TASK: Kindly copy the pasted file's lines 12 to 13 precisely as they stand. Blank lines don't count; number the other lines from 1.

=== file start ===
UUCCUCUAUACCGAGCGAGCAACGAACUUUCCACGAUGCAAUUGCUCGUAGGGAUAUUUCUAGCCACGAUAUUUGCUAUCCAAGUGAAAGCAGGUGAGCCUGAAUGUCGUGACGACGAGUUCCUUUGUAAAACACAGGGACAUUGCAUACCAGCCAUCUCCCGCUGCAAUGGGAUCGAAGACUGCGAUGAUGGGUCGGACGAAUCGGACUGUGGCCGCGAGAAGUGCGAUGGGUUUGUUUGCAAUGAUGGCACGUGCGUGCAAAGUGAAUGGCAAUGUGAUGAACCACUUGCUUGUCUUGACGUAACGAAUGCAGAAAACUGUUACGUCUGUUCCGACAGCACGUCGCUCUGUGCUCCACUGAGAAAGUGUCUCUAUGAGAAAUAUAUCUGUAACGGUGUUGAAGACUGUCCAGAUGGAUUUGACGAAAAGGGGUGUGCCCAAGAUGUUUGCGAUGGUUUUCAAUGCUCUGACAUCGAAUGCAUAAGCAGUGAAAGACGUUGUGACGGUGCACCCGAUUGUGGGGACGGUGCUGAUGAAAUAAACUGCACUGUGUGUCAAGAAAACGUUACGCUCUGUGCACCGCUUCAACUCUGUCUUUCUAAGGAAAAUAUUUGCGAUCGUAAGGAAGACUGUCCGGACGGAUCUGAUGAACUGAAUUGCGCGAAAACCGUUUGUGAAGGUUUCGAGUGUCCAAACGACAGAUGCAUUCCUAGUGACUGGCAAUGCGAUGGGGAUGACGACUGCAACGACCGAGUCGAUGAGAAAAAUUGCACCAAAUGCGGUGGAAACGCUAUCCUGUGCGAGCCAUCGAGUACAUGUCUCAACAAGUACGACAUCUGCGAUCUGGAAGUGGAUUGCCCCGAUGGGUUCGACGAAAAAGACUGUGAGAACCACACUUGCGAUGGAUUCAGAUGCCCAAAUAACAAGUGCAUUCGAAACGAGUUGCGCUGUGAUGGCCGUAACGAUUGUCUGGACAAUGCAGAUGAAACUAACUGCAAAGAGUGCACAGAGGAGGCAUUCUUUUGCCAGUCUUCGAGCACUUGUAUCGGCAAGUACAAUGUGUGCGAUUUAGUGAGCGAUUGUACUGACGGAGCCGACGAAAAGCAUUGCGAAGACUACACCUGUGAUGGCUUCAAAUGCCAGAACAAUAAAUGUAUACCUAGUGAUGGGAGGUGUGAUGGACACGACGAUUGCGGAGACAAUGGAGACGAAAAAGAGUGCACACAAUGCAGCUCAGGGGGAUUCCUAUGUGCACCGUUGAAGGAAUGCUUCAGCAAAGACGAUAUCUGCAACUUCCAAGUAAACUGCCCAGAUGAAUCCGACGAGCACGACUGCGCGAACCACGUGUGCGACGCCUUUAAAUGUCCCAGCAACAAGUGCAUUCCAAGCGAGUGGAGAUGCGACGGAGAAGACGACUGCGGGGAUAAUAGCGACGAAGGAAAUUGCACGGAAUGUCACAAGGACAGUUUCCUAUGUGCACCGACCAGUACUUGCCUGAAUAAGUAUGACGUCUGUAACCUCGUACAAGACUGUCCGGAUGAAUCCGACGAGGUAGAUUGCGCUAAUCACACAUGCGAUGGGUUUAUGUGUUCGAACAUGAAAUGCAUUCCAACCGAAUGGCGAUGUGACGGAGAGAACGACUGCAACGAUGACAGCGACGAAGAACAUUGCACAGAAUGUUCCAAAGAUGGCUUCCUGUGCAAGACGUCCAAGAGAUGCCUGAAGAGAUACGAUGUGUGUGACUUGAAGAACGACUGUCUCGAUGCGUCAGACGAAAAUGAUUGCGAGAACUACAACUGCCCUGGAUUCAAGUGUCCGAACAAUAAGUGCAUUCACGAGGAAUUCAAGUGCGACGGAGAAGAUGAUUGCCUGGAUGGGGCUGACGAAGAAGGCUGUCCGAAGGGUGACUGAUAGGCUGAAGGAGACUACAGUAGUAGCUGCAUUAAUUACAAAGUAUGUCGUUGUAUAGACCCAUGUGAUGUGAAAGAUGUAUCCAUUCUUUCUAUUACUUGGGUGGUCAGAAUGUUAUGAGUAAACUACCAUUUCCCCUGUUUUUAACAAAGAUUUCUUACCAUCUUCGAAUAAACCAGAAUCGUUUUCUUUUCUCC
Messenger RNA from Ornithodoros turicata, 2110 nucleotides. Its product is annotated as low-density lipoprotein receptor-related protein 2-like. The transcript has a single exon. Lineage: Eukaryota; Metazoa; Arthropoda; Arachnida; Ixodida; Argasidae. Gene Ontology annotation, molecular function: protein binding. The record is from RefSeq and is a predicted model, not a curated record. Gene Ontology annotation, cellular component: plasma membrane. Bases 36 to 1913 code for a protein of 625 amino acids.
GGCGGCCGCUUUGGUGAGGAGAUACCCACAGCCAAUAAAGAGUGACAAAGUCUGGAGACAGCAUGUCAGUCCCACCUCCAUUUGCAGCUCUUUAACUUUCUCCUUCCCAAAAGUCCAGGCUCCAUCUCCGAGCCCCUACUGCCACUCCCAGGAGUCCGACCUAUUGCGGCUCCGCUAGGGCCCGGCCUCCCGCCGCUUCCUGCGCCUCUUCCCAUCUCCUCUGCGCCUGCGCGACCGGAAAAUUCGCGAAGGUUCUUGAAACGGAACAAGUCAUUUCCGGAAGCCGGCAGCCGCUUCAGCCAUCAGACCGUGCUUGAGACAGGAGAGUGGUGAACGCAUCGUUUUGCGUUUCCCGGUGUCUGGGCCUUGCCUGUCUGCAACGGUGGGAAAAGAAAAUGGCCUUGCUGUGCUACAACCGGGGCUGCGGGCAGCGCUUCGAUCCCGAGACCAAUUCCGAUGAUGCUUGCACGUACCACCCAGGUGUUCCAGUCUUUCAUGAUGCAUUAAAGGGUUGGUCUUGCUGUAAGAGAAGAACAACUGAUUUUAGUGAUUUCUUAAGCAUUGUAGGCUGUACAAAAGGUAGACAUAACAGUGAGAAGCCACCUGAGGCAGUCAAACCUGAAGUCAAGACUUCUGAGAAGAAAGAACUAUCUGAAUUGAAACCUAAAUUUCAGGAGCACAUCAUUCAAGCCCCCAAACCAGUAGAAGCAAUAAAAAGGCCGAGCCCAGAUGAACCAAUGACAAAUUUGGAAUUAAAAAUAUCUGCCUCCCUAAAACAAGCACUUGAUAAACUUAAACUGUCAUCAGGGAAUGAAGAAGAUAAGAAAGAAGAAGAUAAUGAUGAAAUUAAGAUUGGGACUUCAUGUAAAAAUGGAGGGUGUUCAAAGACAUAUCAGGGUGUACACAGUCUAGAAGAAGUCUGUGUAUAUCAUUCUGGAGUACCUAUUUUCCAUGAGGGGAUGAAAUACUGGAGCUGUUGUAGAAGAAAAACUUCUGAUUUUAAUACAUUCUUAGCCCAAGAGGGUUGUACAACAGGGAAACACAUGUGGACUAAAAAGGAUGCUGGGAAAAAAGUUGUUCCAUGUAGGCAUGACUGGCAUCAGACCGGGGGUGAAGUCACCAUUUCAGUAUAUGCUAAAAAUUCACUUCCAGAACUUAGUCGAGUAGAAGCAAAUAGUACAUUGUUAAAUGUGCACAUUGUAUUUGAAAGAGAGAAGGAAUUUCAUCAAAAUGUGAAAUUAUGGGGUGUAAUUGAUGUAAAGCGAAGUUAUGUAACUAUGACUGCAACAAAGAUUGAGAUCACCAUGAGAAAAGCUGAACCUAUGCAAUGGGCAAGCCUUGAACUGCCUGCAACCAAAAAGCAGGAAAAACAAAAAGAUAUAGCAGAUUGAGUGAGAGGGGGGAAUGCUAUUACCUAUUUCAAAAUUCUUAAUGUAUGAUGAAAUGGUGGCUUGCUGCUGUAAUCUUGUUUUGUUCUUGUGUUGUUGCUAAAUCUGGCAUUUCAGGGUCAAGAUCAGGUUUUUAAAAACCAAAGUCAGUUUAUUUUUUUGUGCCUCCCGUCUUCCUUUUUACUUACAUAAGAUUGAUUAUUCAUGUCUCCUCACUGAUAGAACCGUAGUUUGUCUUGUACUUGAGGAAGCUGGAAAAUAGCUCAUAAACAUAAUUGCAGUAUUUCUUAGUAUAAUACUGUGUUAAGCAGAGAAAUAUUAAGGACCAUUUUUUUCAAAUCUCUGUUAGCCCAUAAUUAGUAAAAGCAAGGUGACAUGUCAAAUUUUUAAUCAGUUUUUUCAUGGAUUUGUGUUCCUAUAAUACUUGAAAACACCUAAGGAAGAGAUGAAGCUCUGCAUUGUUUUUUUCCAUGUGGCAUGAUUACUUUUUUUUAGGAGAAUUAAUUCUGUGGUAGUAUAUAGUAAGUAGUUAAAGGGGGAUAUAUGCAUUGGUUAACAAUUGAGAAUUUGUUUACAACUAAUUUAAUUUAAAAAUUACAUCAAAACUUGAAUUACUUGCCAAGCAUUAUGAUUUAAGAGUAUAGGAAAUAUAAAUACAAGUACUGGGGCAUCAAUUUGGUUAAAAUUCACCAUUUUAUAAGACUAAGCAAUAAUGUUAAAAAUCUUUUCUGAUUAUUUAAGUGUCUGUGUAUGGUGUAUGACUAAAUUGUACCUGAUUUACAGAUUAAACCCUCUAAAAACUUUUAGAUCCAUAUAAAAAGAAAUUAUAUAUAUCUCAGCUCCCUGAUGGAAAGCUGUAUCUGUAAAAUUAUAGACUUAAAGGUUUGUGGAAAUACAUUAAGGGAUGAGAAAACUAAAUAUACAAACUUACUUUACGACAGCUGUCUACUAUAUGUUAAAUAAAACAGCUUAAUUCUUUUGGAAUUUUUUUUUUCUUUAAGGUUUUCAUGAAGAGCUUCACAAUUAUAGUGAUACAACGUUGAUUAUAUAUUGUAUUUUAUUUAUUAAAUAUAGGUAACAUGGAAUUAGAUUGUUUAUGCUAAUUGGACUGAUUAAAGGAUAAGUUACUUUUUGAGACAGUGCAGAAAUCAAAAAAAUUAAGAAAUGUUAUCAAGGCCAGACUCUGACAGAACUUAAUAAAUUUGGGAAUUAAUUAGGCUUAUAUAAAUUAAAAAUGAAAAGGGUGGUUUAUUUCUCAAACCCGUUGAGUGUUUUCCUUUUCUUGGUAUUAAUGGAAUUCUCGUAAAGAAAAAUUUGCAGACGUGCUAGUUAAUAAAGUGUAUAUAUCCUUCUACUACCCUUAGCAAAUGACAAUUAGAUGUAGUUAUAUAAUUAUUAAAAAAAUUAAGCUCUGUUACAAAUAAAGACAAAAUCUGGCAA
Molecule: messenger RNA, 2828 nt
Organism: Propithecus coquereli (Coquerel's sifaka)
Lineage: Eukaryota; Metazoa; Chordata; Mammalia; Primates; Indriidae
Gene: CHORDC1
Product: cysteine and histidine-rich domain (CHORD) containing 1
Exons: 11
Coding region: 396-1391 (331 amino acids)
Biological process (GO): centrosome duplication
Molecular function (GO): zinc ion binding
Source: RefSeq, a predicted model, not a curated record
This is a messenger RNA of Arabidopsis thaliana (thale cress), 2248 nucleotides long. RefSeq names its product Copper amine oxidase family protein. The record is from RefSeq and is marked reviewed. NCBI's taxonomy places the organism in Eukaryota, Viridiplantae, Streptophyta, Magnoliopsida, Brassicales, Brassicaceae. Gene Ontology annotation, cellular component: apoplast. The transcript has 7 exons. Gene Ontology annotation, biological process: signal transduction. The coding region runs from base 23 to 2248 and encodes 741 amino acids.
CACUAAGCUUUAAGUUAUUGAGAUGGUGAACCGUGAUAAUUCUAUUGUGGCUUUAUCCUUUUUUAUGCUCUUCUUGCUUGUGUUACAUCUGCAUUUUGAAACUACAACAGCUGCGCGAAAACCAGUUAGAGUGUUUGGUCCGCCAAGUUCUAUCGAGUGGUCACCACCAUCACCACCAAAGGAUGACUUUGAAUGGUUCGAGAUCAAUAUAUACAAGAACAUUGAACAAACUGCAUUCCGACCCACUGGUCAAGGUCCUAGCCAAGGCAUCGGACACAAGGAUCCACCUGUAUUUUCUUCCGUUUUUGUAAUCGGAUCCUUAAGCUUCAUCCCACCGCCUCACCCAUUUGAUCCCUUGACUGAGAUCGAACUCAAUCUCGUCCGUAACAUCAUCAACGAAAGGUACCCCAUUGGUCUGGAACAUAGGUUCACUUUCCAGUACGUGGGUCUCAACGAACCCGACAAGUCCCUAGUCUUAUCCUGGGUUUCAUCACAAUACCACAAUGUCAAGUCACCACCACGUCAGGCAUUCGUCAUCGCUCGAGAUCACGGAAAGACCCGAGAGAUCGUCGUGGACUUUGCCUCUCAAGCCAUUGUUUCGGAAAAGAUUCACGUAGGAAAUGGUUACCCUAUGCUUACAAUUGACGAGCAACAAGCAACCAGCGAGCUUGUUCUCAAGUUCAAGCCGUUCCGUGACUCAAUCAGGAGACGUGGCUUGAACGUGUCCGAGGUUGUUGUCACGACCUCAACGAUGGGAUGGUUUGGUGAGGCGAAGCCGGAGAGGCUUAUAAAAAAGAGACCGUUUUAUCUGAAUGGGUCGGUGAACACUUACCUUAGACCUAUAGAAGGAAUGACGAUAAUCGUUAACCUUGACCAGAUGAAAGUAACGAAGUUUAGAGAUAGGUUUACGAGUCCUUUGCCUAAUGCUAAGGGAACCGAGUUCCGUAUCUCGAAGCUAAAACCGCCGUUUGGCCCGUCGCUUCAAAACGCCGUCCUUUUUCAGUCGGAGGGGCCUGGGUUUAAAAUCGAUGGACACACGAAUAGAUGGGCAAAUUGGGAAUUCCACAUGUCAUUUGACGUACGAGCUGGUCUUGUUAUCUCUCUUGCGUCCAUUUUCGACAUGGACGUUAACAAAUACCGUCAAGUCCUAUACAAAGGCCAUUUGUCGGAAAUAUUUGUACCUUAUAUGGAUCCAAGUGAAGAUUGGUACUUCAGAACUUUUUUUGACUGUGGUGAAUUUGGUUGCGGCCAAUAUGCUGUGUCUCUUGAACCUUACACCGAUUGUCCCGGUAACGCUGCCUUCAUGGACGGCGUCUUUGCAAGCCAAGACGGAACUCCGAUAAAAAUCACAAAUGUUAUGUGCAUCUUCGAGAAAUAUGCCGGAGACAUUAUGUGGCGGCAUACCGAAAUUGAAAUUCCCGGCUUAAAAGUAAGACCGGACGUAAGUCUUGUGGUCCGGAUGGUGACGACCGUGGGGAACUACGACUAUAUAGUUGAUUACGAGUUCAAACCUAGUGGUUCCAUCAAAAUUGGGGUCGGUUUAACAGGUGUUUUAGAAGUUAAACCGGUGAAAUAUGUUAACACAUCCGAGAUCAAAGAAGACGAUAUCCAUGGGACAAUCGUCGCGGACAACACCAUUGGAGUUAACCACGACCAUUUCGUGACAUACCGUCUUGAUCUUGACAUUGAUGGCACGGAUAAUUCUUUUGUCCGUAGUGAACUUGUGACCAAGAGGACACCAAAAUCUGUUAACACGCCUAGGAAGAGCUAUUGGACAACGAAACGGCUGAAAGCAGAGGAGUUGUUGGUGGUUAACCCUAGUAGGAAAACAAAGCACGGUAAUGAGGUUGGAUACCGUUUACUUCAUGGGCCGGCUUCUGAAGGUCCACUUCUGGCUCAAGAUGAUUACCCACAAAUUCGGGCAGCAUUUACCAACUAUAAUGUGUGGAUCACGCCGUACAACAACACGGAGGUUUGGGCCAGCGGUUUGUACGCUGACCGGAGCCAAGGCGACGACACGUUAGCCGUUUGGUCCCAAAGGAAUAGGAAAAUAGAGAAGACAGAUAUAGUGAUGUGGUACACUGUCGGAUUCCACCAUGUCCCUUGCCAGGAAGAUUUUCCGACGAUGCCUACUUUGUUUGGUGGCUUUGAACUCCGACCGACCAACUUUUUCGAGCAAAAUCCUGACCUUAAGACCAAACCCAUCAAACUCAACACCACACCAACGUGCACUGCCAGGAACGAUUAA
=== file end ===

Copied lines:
Molecular function (GO): zinc ion binding
Source: RefSeq, a predicted model, not a curated record